or residential stabilization treatment program that has been certified by the commissioner to have appropriate medical staff available on-site at all times to provide emergency services and continued evaluation of capacity of individuals retained under this section.

(b) 1. An intoxicated or impaired person may come voluntarily for emergency services to a chemical dependence program or treatment facility authorized by the commissioner to provide such emergency services. A person who appears to be intoxicated or impaired and who consents to the proffered help may be assisted by any peace officer acting pursuant to his or her special duties, police officer, or by a designee of the director of community services to return to his or her home, to a chemical dependence program or treatment facility, or to any other facility authorized by the commissioner to provide such emergency services. In such cases, the peace officer, police officer, or designee of the director of community services shall accompany the intoxicated or impaired person in a manner which is reasonably designed to assure his or her safety, as set forth in regulations promulgated in accordance with subdivision (d) of this section.

2. A person who appears to be incapacitated by alcohol and/or substances to the degree that there is a likelihood to result in harm to the person or to others may be taken by a peace officer acting pursuant to his or her special duties, or a police officer who is a member of the state police or of an authorized police department or force or of a sheriff’s department or by the director of community services or a person duly designated by him or her to a treatment facility for purposes of receiving emergency services. Every reasonable effort shall be made to protect the health and safety of such person, including but not limited to the requirement that the peace officer, police officer, or director of community services or his or her designee shall accompany the apparently incapacitated person in a manner which is reasonably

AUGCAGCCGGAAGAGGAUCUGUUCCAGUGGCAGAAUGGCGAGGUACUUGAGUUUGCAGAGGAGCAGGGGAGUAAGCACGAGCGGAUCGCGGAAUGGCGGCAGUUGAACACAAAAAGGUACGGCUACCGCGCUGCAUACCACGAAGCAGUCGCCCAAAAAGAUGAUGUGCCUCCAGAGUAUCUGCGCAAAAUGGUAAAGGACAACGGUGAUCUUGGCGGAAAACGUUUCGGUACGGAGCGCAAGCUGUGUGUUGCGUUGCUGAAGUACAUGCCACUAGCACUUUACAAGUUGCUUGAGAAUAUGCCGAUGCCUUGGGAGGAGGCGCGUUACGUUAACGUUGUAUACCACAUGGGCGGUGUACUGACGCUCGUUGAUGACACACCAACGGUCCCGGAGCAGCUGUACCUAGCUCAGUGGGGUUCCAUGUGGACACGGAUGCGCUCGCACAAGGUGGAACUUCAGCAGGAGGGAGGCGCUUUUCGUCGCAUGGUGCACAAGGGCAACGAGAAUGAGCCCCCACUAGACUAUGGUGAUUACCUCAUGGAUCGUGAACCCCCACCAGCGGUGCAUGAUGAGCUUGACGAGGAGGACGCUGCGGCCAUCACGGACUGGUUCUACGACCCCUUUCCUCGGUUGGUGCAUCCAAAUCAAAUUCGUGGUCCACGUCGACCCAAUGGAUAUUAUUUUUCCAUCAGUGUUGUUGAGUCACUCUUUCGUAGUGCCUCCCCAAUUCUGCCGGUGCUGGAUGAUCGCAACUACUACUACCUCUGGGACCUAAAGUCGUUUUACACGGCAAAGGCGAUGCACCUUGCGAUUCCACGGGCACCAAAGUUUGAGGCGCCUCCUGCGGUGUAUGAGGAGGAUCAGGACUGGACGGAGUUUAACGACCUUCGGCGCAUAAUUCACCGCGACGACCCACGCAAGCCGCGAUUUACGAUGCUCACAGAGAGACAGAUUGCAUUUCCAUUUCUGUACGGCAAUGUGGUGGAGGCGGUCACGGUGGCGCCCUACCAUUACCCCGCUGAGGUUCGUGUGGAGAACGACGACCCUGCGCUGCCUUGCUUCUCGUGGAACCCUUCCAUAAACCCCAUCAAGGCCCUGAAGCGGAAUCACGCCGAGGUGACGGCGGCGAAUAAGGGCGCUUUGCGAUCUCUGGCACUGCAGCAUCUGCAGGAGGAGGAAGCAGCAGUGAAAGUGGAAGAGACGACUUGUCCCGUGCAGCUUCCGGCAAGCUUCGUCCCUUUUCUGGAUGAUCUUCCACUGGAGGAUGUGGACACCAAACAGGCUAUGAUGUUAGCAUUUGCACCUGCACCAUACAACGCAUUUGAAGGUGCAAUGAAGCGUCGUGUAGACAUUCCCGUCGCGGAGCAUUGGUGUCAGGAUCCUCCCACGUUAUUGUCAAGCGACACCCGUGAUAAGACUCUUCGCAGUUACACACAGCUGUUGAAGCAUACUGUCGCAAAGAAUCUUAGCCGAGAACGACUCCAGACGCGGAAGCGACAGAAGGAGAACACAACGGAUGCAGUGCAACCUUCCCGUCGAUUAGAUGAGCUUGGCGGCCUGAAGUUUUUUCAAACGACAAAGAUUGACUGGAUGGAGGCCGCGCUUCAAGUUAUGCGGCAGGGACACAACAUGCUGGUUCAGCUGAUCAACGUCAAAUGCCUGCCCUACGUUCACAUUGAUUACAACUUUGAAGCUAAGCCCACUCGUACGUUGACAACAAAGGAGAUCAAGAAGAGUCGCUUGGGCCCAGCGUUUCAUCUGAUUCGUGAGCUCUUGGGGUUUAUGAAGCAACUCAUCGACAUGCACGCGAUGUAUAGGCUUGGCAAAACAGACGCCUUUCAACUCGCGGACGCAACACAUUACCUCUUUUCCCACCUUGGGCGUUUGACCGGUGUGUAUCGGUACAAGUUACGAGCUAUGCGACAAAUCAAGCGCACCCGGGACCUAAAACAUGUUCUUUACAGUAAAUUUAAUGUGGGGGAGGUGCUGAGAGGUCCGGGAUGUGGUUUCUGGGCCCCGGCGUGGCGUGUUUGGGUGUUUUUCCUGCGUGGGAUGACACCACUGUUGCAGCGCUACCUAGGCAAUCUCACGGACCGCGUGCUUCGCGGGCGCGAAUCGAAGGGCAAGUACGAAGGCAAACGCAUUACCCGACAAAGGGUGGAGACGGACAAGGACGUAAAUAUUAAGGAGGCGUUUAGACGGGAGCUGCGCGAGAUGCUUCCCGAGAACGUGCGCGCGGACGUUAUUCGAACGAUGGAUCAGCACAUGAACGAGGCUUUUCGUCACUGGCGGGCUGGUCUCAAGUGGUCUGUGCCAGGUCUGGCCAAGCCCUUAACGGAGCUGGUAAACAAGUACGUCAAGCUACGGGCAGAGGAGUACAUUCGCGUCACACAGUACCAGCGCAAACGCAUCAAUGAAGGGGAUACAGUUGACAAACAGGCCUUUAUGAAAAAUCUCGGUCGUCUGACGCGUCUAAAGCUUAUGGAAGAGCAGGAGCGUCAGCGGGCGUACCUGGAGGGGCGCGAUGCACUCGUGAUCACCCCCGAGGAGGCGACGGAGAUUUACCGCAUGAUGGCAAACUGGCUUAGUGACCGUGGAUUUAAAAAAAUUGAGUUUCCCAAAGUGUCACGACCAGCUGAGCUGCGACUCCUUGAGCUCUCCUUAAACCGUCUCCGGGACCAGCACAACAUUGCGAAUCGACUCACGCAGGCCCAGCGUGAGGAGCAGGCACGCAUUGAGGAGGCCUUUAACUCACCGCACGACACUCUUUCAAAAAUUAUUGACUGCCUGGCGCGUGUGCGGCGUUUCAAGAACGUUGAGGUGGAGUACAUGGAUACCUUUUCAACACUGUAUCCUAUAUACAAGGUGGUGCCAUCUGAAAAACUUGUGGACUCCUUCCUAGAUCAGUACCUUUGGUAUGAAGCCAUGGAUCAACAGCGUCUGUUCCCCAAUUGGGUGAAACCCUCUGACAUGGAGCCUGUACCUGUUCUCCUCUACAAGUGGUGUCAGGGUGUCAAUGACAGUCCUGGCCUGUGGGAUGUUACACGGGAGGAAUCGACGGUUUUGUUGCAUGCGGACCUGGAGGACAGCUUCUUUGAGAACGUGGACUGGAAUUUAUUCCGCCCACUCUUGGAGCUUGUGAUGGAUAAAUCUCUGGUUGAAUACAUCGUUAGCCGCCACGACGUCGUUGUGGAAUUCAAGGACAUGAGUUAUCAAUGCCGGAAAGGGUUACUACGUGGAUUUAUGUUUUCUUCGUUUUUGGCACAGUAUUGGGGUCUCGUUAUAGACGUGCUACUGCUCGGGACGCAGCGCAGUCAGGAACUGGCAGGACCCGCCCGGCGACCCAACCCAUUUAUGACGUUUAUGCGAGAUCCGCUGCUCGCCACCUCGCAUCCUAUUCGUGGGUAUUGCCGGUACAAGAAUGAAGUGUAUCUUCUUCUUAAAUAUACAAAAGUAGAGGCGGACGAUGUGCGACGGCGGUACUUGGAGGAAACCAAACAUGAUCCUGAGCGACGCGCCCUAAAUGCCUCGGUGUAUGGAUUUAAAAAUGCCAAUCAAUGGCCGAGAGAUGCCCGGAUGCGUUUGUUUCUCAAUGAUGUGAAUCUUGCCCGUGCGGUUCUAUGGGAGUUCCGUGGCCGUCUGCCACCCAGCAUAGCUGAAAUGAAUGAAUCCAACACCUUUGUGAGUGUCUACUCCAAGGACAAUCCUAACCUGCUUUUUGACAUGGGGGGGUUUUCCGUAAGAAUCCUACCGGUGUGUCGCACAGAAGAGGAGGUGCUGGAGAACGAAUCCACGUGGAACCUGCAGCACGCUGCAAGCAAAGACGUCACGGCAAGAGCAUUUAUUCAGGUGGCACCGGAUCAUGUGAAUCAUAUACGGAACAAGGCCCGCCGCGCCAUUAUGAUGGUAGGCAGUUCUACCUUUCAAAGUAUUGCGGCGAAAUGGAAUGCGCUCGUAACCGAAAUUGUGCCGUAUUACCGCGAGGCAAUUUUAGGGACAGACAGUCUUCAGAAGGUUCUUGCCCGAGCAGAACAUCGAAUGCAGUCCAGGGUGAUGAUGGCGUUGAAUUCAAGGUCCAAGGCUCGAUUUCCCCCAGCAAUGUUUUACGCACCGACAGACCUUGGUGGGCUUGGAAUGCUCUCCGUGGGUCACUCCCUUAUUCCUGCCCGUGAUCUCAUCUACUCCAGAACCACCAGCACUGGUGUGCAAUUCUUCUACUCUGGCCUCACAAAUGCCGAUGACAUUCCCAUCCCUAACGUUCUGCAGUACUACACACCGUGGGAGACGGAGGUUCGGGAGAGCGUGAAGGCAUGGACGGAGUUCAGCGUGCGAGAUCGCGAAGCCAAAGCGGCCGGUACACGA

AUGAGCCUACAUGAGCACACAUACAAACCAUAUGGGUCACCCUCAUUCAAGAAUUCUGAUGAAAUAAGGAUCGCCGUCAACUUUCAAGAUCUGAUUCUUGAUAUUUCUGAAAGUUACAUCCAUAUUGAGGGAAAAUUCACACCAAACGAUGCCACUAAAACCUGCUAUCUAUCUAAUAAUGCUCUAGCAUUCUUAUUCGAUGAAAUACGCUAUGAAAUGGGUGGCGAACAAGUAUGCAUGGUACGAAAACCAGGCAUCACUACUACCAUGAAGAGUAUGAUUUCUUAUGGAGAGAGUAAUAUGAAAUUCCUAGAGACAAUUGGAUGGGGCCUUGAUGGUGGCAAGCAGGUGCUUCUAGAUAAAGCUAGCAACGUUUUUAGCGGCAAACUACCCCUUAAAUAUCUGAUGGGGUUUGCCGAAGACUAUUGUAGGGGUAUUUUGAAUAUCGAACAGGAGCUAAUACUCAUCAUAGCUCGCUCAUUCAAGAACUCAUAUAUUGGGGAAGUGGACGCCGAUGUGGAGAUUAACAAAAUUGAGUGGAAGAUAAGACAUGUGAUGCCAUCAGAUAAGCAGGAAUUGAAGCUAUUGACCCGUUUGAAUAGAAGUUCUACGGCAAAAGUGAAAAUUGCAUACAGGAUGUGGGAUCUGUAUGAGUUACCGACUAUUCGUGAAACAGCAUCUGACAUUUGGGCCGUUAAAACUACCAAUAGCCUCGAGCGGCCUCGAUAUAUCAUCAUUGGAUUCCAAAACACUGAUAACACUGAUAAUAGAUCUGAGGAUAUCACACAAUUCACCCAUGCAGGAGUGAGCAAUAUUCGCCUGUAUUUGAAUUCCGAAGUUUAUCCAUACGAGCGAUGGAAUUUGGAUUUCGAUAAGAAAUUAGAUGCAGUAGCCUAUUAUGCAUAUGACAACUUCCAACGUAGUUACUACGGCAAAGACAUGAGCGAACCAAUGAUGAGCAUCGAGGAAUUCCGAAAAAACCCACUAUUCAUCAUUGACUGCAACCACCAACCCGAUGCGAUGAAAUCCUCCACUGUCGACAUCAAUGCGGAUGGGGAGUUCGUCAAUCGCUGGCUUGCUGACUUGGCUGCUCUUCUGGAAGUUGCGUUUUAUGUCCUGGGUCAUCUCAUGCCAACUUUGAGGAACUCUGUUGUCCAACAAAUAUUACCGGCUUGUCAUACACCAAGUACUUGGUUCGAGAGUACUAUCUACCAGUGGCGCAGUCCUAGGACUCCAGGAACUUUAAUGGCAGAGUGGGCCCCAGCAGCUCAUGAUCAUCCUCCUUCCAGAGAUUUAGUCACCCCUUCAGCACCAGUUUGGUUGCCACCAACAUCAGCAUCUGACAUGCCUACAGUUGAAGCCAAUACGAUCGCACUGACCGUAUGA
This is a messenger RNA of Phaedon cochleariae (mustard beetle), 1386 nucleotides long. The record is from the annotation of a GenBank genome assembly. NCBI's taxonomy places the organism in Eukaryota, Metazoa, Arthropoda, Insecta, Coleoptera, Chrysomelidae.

designed to assure his or her safety, as set forth in regulations promulgated in accordance with subdivision (d) of this section.

3. A person who comes voluntarily or is brought without his or her objection to any such facility or program in accordance with this subdivision shall be given emergency care and treatment at such place if found suitable therefor by authorized personnel, or referred to another suitable facility or treatment program for care and treatment, or sent to his or her home.

4. The director of a treatment facility may receive as a patient in need of emergency services any person who appears to be incapacitated as defined in this section.